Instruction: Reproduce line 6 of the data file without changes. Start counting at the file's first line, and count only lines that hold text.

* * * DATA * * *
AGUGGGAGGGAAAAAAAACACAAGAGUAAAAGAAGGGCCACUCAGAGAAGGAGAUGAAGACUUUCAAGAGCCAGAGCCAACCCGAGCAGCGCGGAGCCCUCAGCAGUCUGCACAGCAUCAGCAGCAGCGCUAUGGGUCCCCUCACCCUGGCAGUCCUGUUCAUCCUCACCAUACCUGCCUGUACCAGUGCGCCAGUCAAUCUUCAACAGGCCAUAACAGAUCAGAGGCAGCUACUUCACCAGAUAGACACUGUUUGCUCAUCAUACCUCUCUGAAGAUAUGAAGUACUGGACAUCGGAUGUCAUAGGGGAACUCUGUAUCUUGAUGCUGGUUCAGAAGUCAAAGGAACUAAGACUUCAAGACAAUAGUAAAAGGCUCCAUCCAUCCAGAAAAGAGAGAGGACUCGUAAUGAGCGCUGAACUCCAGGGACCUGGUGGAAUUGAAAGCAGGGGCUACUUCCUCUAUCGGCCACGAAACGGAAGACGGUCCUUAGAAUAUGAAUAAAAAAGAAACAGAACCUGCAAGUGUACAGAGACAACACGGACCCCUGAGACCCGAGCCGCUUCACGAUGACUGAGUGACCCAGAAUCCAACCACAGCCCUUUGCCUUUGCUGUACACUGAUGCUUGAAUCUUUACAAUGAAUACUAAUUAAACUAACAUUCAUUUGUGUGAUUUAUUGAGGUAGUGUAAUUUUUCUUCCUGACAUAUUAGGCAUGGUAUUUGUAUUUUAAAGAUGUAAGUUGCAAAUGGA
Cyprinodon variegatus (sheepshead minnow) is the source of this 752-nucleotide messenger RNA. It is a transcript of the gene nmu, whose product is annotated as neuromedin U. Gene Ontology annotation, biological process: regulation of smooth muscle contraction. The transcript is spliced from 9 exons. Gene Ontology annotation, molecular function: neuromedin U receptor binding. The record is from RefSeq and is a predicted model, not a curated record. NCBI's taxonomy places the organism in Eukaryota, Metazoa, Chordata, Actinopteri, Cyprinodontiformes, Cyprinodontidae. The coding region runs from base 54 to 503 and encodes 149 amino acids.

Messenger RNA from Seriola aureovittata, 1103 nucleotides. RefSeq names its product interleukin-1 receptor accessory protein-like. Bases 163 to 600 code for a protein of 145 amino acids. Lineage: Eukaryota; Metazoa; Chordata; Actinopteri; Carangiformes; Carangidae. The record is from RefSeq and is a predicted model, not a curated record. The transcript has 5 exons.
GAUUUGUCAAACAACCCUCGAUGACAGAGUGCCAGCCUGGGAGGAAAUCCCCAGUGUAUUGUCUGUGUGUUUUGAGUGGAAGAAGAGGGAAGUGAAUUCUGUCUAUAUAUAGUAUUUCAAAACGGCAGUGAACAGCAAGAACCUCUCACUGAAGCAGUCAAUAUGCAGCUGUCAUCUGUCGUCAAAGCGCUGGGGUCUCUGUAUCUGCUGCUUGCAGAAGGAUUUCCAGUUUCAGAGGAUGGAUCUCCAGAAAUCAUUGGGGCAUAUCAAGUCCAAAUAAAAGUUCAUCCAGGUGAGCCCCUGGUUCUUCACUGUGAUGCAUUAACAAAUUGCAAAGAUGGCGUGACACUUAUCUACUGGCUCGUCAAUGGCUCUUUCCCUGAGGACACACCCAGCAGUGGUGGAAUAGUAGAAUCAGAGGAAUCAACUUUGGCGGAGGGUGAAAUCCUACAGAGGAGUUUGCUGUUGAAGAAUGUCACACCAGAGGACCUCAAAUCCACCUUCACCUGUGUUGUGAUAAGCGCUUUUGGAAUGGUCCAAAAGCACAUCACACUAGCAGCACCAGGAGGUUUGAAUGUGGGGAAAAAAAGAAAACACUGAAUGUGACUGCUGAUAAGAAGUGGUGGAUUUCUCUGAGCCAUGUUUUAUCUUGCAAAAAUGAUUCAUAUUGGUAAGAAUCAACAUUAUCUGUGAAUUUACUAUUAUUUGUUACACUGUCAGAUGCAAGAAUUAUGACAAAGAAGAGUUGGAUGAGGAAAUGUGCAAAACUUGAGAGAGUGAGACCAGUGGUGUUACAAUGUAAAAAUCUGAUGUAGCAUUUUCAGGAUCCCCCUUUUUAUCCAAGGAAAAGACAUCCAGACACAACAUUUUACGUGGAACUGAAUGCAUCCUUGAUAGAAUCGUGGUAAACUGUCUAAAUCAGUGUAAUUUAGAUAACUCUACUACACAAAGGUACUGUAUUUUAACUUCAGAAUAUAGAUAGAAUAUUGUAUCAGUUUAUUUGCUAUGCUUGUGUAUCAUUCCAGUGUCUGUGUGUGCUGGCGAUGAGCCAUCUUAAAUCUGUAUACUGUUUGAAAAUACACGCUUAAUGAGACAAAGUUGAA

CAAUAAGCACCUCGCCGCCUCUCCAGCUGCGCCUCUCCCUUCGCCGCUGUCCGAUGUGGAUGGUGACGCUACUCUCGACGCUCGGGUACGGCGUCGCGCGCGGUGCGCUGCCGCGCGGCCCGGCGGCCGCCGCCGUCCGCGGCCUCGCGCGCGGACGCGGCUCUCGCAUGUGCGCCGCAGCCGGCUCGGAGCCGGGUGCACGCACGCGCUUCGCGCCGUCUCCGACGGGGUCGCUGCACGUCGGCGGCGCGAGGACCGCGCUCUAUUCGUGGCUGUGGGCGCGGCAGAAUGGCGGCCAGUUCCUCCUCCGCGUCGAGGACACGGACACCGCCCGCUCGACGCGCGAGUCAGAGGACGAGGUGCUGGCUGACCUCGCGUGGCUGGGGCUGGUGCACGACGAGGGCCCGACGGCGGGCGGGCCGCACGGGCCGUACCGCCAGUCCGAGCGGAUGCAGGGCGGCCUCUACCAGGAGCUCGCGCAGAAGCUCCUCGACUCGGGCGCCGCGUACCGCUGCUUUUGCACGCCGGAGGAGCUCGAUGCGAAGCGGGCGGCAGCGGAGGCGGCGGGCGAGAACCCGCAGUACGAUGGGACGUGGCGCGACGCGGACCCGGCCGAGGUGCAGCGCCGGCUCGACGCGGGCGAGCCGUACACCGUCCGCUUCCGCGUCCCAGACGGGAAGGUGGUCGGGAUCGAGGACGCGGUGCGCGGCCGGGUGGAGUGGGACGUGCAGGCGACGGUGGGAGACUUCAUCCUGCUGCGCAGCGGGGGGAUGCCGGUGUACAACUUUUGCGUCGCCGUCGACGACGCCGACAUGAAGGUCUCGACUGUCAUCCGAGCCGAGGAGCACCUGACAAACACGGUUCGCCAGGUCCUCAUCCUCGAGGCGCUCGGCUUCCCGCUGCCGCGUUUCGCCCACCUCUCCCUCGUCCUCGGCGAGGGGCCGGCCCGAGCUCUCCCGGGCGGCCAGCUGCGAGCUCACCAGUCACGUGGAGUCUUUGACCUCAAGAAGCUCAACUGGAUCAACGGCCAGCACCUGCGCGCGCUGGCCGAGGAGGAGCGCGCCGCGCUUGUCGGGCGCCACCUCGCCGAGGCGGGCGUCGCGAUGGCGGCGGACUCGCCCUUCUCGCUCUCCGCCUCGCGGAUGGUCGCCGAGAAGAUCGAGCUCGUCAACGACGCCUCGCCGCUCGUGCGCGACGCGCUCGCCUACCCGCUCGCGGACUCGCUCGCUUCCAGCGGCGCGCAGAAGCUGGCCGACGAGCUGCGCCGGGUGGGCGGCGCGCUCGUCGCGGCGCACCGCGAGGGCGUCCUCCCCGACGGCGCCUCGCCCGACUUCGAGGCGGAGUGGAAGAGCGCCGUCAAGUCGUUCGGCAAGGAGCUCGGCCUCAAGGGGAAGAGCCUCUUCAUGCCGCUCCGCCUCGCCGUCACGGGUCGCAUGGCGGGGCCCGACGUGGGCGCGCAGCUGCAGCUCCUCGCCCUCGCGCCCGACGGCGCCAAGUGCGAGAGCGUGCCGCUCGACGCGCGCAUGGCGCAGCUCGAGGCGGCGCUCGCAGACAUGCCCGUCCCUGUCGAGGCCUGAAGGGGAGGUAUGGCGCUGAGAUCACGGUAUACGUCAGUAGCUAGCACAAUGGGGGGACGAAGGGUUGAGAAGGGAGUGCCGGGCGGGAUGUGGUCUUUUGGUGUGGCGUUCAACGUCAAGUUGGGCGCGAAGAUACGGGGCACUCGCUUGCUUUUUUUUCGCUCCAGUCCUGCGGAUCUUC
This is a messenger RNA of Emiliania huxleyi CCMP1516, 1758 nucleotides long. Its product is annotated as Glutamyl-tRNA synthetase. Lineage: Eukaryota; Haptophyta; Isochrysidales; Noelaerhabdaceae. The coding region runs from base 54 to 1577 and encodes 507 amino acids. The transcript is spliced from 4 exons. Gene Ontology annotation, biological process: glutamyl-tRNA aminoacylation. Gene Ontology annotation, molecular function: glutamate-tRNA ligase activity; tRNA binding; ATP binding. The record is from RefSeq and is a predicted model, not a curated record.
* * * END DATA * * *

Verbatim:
This is a messenger RNA of Emiliania huxleyi CCMP1516, 1758 nucleotides long. Its product is annotated as Glutamyl-tRNA synthetase. Lineage: Eukaryota; Haptophyta; Isochrysidales; Noelaerhabdaceae. The coding region runs from base 54 to 1577 and encodes 507 amino acids. The transcript is spliced from 4 exons. Gene Ontology annotation, biological process: glutamyl-tRNA aminoacylation. Gene Ontology annotation, molecular function: glutamate-tRNA ligase activity; tRNA binding; ATP binding. The record is from RefSeq and is a predicted model, not a curated record.